Presiding Magistrate Abdoulie Fatty of the Banjul Magistrates’ Court recently convicted and sentenced one Kawsu Ceesay to pay the sum of D150,000 in default to serve 3 years imprisonment after he was found guilty of possession of prohibited drugs for the purpose of drug trafficking contrary to section 43(4)(e) of the Drug Control Act 2003.
Delivering judgment, Magistrate Fatty disclosed that the prosecution had indicated that the convict, Kawsu Ceesay, on or about the 5th day of February 2014 at Sukuta in the West Coast Region of the Republic of The Gambia, had in his possession 4kg 520g of Cannabis sativa, a prohibited drug and thereby committed an offence.
He said at arraignment, the charge was read and translated to him in Mandinka language and pleaded not guilty to the charge.
Magistrate Fatty asserted that as in all criminal trials, the burden of proving the guilt of every accused person beyond reasonable doubt rests on the prosecution except where it is provided by statute.
He pointed out that in order to discharge that burden, the prosecution called five witnesses and tendered the following exhibits: Exhibit A – Weightment Certificate; Exhibit B – a black handbag containing a bundle of suspected cannabis and a blue nylon bag containing two bundles of suspected cannabis; Exhibit C – Analytical Report and Exhibits D and D1– Cautionary and voluntary statements respectively of the accused/convict.
Magistrate Fatty further pointed out that the accused/convict testified as DW1, the sole witness in his defence and tendered the following exhibits: Defence Exhibits A, B and C – statements of PW2, PW1 and PW4 respectively.
He said in determining the case certain issues arose for determination and they were:
(i) Whether the suspected cannabis was Cannabis sativa, a prohibited drug?
(ii) Whether the prohibited drug was found in the possession of the accused?
(iii) Whether the accused was in possession of the prohibited drug for the purpose of drug trafficking?
Magistrate Fatty stated that trafficking is an aggravated form of possession, adding that in this matter it was not in dispute that some 4kg 520g of Cannabis sativa was seized. The issue here now is – whether or not prosecution has proved beyond reasonable doubt that the accused/convict was found in possession of the said cannabis?
He revealed that the testimonies of the 1st, 2nd and 4th prosecution witnesses were very material to the case because they were present on the ground when the convict was arrested and therefore found their evidence against the convict direct, strong and mutually corroborative.
He remarked that it is well established that where evidence remains unchallenged and uncontroverted, the court has no choice than to regard it as establishing the facts alleged therein, citing the Antoine Banna versus Ocean View Resort Limited and ors (2008) 1 GLR, and also Jayesena versus the Queen [ 1970] AC 618 at p.624.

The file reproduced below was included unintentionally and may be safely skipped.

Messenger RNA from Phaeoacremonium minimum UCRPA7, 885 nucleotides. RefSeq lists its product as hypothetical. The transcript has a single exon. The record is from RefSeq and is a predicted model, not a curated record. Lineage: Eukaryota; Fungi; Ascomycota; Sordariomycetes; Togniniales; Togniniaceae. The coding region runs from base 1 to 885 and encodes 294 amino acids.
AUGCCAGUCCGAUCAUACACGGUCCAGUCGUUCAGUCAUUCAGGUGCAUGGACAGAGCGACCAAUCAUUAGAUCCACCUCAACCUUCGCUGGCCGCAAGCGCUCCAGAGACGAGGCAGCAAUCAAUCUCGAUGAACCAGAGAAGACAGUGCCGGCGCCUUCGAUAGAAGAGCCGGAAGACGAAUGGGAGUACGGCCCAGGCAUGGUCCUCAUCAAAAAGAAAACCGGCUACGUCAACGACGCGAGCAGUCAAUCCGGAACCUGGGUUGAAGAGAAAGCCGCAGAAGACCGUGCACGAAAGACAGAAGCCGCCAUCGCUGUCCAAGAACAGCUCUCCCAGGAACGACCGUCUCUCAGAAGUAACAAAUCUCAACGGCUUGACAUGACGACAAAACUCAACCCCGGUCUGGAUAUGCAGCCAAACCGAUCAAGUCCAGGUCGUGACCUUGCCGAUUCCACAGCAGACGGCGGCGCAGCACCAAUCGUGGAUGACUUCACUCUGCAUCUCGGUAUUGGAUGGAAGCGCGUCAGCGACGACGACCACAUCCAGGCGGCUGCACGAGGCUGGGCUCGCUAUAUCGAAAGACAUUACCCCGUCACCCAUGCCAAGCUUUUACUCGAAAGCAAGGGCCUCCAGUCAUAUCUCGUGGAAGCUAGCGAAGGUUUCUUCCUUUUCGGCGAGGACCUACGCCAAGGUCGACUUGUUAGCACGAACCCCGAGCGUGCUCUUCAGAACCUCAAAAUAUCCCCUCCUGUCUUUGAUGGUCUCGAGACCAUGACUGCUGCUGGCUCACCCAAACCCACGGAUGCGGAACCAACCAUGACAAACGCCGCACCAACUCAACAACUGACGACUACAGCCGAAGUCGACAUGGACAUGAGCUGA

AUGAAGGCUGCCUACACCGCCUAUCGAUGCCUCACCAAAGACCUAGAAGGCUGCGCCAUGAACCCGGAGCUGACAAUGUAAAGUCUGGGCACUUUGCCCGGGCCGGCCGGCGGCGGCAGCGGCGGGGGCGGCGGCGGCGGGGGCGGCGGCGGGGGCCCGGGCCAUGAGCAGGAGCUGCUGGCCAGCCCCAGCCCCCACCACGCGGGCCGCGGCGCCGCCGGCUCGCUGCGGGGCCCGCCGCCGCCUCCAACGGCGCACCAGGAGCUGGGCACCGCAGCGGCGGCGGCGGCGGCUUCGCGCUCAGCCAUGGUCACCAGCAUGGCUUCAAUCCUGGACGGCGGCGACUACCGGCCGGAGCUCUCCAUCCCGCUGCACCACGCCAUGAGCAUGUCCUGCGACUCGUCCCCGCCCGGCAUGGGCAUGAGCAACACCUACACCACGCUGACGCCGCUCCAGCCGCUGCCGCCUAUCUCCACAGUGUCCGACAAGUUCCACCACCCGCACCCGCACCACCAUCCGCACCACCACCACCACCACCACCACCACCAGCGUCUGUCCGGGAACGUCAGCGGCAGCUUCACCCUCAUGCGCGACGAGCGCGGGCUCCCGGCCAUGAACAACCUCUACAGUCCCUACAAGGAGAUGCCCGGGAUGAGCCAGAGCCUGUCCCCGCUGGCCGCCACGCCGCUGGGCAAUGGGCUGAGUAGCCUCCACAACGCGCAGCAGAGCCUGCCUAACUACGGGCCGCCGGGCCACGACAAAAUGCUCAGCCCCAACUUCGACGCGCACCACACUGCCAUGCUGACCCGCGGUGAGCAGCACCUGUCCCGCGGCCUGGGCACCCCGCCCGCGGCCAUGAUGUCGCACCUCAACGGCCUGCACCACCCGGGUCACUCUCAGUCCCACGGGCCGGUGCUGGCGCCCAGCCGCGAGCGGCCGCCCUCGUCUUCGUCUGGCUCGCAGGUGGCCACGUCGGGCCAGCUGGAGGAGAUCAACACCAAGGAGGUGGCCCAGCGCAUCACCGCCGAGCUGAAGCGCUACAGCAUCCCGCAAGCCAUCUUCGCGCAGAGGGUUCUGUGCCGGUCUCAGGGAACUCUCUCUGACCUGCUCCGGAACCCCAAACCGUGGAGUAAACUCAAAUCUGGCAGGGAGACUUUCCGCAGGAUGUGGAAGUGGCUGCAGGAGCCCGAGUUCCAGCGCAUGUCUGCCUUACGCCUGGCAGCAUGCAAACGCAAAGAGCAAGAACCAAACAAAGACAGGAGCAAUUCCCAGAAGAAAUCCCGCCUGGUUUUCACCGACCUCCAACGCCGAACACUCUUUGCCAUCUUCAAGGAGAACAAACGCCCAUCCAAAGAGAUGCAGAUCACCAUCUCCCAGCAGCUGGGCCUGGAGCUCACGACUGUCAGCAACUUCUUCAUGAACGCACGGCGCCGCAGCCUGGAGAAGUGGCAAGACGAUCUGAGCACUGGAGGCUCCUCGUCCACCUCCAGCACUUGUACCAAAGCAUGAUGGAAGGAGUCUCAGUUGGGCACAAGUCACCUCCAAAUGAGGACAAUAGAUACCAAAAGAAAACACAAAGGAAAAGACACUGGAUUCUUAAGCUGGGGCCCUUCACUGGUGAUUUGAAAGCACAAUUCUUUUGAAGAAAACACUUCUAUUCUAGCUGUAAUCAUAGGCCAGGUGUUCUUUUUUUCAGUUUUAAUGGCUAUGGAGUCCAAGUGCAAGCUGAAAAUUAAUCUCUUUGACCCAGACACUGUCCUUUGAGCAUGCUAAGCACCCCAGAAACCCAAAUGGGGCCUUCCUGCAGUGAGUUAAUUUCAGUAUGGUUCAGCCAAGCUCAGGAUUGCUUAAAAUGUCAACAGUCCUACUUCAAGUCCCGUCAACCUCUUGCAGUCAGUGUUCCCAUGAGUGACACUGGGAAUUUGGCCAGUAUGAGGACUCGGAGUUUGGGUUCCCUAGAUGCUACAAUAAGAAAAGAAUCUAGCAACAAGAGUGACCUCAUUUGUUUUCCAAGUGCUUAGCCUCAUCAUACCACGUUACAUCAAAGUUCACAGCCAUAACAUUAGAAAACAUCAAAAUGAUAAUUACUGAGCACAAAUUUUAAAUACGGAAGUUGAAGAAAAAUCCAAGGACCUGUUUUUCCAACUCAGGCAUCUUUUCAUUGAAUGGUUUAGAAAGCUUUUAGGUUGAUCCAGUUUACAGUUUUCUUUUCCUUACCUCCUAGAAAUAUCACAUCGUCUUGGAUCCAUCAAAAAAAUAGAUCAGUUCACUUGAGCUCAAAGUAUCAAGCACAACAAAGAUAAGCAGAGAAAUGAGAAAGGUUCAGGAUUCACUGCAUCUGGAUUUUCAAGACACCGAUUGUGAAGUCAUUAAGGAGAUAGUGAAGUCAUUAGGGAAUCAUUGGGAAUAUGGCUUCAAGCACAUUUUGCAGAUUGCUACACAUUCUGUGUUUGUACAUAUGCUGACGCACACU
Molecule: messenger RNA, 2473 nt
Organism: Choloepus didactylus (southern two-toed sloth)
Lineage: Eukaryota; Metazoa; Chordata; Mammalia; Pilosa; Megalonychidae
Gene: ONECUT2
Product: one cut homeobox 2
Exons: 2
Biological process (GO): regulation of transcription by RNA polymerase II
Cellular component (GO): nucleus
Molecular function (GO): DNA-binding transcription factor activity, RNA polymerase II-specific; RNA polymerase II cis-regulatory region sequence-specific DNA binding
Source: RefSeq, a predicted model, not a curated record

Magistrate Fatty said the convict did not offer any strong and credible evidence to lend probative value to his evidence as a result he found the entire evidence rather implausible, simplistic and incredible.
He asserted that the fact that the cannabis in the instant case weighed more than 2kg, does not automatically prove the ingredient of trafficking, stating that weight is just one of many factors to be considered.
Magistrate Fatty disclosed that for trafficking to be made out, there should be an intention on the part of the possessor of the drugs to supply to another or being concerned in supplying the drugs. It follows therefore that there ought to be evidence before this court that the accused/convict was in possession of the Cannabis sativa for the purpose of supplying the said cannabis to another.
“In that regard, no compelling evidence has been adduced by the prosecution to show the court that the accused was in possession for the purpose of trafficking,” he said
He therefore held that the prosecution discharged its legal burden to the required standard pursuant to section 144(1) of the Evidence Act 1994 with regards to possession, and pursuant to section 151 of the Criminal Procedure Code, convicted him for the offence of possession of prohibited drugs without a valid licence contrary to s.35(2)(c) of the Drug Control Act 2003, as amended.
In passing sentence, the trial magistrate said the convict is a first time offender and for that reason the court would temper justice with mercy and therefore sentenced him to pay a fine of D150,000.00 and in default to serve three years imprisonment.
Magistrate Abdoulie Fatty said in pursuant to section 259 of the Criminal Procedure Code, the term of imprisonment is suspended for five months and shall come into force if the convict defaults to pay the fine.
He said the fine may be paid by instalments within the five-month period and he was admitted to bail in respect of the fine on condition that he provides the following:
i. Two Gambian sureties who shall enter into recognizance in the sum of D150,000.00; and
ii. The sureties shall depose to an affidavit of means and also deposit their national ID Cards with the registrar of this court.